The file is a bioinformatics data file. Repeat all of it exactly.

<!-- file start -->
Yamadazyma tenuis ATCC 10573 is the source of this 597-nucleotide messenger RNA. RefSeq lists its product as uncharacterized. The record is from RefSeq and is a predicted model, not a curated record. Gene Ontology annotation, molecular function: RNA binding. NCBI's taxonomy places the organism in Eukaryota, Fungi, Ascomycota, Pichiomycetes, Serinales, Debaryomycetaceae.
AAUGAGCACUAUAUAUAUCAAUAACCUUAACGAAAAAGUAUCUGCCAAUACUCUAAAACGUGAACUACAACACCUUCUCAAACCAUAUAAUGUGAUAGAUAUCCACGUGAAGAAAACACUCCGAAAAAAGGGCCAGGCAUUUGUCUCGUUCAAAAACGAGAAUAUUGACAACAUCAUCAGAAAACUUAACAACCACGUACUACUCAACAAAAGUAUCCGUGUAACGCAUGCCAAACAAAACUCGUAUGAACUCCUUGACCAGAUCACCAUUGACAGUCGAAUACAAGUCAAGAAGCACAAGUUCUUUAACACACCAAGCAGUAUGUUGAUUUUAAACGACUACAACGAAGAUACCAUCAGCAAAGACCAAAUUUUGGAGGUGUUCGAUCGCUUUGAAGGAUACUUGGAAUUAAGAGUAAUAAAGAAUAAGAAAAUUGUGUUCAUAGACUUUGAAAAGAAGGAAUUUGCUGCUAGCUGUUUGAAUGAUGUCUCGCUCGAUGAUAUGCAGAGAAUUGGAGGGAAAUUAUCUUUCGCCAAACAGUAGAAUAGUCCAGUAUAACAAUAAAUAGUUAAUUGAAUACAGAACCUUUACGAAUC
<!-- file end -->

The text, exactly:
Yamadazyma tenuis ATCC 10573 is the source of this 597-nucleotide messenger RNA. RefSeq lists its product as uncharacterized. The record is from RefSeq and is a predicted model, not a curated record. Gene Ontology annotation, molecular function: RNA binding. NCBI's taxonomy places the organism in Eukaryota, Fungi, Ascomycota, Pichiomycetes, Serinales, Debaryomycetaceae.
AAUGAGCACUAUAUAUAUCAAUAACCUUAACGAAAAAGUAUCUGCCAAUACUCUAAAACGUGAACUACAACACCUUCUCAAACCAUAUAAUGUGAUAGAUAUCCACGUGAAGAAAACACUCCGAAAAAAGGGCCAGGCAUUUGUCUCGUUCAAAAACGAGAAUAUUGACAACAUCAUCAGAAAACUUAACAACCACGUACUACUCAACAAAAGUAUCCGUGUAACGCAUGCCAAACAAAACUCGUAUGAACUCCUUGACCAGAUCACCAUUGACAGUCGAAUACAAGUCAAGAAGCACAAGUUCUUUAACACACCAAGCAGUAUGUUGAUUUUAAACGACUACAACGAAGAUACCAUCAGCAAAGACCAAAUUUUGGAGGUGUUCGAUCGCUUUGAAGGAUACUUGGAAUUAAGAGUAAUAAAGAAUAAGAAAAUUGUGUUCAUAGACUUUGAAAAGAAGGAAUUUGCUGCUAGCUGUUUGAAUGAUGUCUCGCUCGAUGAUAUGCAGAGAAUUGGAGGGAAAUUAUCUUUCGCCAAACAGUAGAAUAGUCCAGUAUAACAAUAAAUAGUUAAUUGAAUACAGAACCUUUACGAAUC